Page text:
The political party setting the agenda for welfare reform – Monash Lens

In the 1970s and early 1980s, it was common for social policy theorists to refer to Labor as the party of the expansion and innovation of the welfare state, and in contrast, to brand the Liberal-National Party Coalition as a source of resistance and welfare state reaction. .

This binary framing reflected the key role that Labor governments had played in establishing major social security payments and programs – initially the main unemployment and sickness benefits introduced from 1941 to 1949, and later mother support and the Whitlam government’s Australian relief plan from 1972 to 1975.

However, since the election of the Labor Hawke government in 1983, there has arguably been a convergence of Labor and coalition perspectives on social welfare.

Generally, both major parties agree that the needs of the economy must take precedence over those of social protection, that paid work is always preferable to dependence on income support payments, that social spending should preferably be limited and targeted, and that taxes should be reduced.

Admittedly, the Labor Party remains more interventionist in certain areas of social policy than the Coalition, but the differences of ideas and political action within the government are undoubtedly much smaller than in the past.

By contrast, the Australian Greens have acted as great champions of the welfare state over the past two decades. It is the party most informed by progressive values ​​that highlight the larger structural and systemic causes of poverty and hardship, and explicitly reject policy solutions that attribute disadvantage primarily to faulty individual choices and behaviors.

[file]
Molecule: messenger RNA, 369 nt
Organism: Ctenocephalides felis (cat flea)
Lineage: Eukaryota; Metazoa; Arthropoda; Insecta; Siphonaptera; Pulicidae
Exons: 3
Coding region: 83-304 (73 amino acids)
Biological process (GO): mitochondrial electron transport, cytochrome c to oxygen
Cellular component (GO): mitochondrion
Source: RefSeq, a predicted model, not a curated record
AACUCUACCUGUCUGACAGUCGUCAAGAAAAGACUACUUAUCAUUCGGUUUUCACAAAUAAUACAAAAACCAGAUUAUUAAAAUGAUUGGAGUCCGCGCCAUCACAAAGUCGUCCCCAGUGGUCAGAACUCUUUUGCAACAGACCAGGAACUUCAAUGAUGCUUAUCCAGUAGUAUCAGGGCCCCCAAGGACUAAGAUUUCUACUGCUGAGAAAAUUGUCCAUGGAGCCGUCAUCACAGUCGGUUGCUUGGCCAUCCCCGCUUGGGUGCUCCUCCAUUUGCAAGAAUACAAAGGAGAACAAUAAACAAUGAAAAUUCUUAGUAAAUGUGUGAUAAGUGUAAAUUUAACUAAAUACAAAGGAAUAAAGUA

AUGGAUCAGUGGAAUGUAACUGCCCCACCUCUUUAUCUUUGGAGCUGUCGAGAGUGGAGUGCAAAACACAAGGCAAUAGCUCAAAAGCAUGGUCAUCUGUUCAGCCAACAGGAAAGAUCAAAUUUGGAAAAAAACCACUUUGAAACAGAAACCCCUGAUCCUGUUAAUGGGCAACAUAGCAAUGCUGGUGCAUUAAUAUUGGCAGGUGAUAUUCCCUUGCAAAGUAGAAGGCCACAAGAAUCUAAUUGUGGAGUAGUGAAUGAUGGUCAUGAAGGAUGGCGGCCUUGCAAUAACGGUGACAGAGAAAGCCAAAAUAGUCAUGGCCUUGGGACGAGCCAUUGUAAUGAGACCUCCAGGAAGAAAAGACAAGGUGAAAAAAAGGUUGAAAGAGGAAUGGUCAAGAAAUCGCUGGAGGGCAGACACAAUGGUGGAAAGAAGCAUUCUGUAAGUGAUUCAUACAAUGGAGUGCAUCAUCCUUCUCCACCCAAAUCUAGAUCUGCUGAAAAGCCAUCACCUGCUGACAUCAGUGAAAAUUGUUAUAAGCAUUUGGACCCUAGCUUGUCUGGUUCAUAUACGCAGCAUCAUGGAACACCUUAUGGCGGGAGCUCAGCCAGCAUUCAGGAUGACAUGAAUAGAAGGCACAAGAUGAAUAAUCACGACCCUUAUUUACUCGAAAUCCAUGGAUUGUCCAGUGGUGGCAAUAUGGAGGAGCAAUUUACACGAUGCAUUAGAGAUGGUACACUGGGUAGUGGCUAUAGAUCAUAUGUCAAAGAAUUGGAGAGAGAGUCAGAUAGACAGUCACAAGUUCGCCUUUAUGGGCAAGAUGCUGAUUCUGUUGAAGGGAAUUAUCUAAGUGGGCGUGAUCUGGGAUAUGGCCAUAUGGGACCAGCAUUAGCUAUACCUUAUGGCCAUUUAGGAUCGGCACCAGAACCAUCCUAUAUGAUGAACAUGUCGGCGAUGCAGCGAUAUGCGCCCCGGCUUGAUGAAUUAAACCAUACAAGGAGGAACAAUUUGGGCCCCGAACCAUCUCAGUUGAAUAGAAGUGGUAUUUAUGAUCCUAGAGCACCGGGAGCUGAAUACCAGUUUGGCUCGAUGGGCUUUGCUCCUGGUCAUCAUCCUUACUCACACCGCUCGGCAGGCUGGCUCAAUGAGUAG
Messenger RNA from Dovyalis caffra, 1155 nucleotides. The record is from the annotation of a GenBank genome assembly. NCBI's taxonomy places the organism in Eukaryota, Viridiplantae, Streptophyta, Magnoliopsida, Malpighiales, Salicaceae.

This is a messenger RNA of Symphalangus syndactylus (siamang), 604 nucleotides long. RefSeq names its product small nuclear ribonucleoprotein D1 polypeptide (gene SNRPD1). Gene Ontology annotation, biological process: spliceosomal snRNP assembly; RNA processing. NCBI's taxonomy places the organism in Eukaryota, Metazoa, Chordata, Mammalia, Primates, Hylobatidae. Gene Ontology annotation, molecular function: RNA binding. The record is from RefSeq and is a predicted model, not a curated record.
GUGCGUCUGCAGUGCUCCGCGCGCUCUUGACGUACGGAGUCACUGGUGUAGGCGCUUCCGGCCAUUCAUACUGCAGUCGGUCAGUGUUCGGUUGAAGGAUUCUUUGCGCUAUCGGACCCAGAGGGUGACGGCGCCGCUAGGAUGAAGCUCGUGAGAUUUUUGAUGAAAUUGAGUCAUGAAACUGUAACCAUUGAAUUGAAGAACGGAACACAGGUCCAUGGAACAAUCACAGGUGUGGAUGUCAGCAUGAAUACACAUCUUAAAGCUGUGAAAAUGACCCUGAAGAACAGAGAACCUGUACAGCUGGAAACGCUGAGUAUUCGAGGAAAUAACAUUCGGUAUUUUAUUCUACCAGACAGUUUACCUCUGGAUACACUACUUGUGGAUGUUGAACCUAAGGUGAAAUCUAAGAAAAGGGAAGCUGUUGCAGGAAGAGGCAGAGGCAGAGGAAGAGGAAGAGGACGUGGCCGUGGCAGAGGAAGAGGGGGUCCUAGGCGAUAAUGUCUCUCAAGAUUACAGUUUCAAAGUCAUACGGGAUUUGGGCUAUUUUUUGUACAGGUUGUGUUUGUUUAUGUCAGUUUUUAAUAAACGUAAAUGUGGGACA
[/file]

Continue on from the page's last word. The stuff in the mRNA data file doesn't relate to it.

Political and economic objections

Some analysts might object to the above description for two reasons: political and economic.

The political reluctance would be that the Greens are a small minor party (based mainly in the upper house of the federal parliament) that has no chance of getting the government and can irresponsibly make grandiose promises to extend welfare which have no chance of being implemented.

The second objection could be that its promises are not economically affordable and would lead to huge budget deficits which would be detrimental to economic growth and welfare.

In my opinion, these criticisms have their own limitations.

For example, the Greens have been responsible formal or informal partners in former federal governments (the Labor government from 2010 to 2013) and state governments (Tasmania from 2010 to 2014), and could have the opportunity to play again that role in the near future if Saturday’s federal election results in a hung parliament.

Additionally, the Greens provide detailed economic statements as to the means (such as higher taxation of billionaires and big business) by which they would fund their welfare state proposals. Most importantly, the Greens have proactively brought clear reform proposals to the public policy agenda on a number of issues that have arguably informed Labor Party policy initiatives and reviews.

Opposing welfare conditionality

An example is their constant opposition to welfare conditionality measures such as Work for the Dole, Parents Next, drug testing proposals for new applicants for Social Security benefits, and most notably the Cashless Debit Card (CDC).